Games Monitor

Skip to main content.


High Street 2012 & the London Festival of Architecture

High Street 2012 is an initiative that will use the 2012 Games as a catalyst for improvements to the A11/A118 corridor through the centre of Tower Hamlets (taking in Whitechapel High Street, Whitechapel Road, Mile End Road and Bow Road) and on into Stratford in Newham. See also: Stratford High Street public realm improvements

| | | | | | | | | |

Olympic Boroughs' hidden spending spree

Recent Freedom of Information responses from 2012 Olympics 'host boroughs' confirm the suspicion that local council funds and resources are being diverted into Olympics matters in ways that are not easily identifiable or accounted for. The lack of transparency and thorough accounting procedures make it almost impossible to calculate how much council tax payers are contributing to the 2012 Olympics as a whole, over and above the highly publicised £9.3billion budget.

| | | | | |

2012 Blog**ng Lies and Censorship

It’s not only the Chinese who censor comment! The following 'terminological inexactitudes' appeared on the London 2012 Blog from David Higgins, Chief Executive of the ODA, as the London Olympics tries to purloin every development in the vicinity of the Olympic park for the ‘Legacy’. Not only do we have a post-Games legacy but now a pre-Games legacy! Stratford City, Stratford 2011, Newham Council Major Opportunity Zone 1 (as in Newham's Unitary Development Plan) or whatever it's called is now just another example of the catalytic effect of the Games, even though it was approved before the Bid was won, was designed to stand alone if the Olympics did not come to London and had been Newham's pet project for the previous decade. The Mayor of Newham was so protective of this scheme that at one point he put out a press release accusing London 2012 of endangering its survival.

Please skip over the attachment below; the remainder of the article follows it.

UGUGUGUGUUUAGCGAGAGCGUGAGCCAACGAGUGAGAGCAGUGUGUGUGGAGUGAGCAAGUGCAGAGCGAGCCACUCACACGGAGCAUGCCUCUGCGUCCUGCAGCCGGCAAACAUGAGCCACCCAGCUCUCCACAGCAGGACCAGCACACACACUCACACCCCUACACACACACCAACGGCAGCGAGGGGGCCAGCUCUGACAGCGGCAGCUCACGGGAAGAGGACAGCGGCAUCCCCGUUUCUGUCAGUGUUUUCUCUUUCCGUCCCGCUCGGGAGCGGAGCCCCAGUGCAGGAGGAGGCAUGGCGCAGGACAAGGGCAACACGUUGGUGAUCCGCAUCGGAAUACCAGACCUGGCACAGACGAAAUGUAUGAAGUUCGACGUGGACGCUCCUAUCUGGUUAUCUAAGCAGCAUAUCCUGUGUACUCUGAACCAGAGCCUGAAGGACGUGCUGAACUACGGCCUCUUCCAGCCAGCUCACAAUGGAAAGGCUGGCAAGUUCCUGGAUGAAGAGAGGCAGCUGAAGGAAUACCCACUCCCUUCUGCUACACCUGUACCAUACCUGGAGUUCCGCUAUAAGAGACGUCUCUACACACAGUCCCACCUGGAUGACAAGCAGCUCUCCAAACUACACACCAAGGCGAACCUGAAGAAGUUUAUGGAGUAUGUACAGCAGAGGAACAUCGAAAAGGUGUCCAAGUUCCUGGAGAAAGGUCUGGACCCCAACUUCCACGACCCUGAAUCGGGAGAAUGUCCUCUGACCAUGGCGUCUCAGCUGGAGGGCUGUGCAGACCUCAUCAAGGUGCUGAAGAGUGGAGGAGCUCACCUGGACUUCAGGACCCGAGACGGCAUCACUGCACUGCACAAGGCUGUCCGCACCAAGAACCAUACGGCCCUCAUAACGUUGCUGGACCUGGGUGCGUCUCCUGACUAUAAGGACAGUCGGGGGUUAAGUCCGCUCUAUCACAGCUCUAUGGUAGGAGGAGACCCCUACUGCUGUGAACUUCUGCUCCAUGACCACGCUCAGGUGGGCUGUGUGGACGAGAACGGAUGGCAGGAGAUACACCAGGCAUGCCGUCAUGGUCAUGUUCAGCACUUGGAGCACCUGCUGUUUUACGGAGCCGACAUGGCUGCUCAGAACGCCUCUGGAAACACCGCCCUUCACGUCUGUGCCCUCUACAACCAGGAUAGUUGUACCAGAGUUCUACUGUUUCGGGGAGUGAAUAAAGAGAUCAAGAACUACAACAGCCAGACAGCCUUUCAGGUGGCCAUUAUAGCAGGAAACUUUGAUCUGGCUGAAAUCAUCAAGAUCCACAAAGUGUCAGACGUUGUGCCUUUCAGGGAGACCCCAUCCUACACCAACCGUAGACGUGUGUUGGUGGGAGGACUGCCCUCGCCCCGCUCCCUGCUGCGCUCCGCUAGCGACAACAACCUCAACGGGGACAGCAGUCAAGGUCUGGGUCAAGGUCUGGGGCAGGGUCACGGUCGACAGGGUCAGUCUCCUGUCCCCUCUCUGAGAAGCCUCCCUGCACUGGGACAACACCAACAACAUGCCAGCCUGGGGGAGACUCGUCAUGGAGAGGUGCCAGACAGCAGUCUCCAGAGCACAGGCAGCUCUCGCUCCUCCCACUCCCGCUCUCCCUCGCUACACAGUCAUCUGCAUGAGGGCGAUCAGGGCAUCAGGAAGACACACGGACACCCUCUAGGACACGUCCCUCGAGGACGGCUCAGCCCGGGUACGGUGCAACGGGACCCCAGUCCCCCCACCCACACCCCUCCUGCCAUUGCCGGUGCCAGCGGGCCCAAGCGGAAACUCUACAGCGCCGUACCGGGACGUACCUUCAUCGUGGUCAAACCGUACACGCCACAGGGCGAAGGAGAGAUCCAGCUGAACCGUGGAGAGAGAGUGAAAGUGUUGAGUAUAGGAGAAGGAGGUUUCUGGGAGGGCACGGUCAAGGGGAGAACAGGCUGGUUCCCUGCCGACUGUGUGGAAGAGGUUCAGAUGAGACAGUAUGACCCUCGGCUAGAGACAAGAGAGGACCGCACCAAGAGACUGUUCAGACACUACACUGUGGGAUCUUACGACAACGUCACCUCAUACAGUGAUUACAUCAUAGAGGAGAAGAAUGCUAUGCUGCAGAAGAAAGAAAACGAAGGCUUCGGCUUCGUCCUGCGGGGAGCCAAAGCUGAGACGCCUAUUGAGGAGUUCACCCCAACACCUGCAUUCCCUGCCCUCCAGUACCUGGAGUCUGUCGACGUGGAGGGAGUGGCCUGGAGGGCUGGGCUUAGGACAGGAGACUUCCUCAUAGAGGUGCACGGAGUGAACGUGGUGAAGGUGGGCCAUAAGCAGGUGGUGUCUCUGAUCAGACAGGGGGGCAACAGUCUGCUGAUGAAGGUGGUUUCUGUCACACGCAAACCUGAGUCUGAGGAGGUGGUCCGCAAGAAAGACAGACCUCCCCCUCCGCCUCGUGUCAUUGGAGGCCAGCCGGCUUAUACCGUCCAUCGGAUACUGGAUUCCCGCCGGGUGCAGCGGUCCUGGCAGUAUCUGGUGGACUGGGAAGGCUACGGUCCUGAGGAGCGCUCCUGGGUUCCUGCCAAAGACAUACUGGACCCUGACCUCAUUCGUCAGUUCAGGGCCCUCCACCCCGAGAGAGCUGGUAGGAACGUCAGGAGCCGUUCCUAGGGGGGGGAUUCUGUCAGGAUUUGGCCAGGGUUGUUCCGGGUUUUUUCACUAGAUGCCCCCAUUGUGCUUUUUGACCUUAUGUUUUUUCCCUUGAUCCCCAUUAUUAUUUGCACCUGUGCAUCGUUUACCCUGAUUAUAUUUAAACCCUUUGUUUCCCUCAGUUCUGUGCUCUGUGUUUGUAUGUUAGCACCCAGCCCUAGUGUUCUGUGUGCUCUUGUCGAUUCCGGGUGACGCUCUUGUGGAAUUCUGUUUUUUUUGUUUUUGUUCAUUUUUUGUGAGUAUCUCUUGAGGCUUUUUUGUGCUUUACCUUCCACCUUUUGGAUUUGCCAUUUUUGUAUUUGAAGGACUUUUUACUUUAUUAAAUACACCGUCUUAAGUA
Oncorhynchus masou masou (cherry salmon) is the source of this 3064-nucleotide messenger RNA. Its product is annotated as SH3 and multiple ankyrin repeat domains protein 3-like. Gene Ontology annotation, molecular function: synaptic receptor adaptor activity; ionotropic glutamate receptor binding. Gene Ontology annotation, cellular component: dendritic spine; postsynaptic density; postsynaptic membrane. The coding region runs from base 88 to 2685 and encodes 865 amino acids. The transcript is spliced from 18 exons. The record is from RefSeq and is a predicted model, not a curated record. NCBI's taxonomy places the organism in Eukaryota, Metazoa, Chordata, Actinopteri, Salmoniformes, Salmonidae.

| | | |

Perjured evidence before a House of Commons Select Committee.

It is said History is written by the winners. Committees from both the House of Commons and the Greater London Assembly Committees have held hearings into the Olympics. Apparently subjects are chosen on the basis of who makes the most noise. Amongst the topics discussed by the relevant House of Commons Select Committee has been the relocation of communities, be they residents, allotment holders, businesses or users, from the Olympic Park. The rule of subject choice also seems to apply when it comes to dishing out invitations to give ‘evidence’. Most people are left out of the magic circle and are unaware the opportunity might even exist. Not so those who run these programmes. They get to give their version of events as they either they get asked along or are warned the committee will be meeting and ask to go. It doesn’t seem to have occurred to either set of committees to track down those who were actually moved to ask them how they felt about their eviction and how it was handled.

| | | | | |

Syndicate content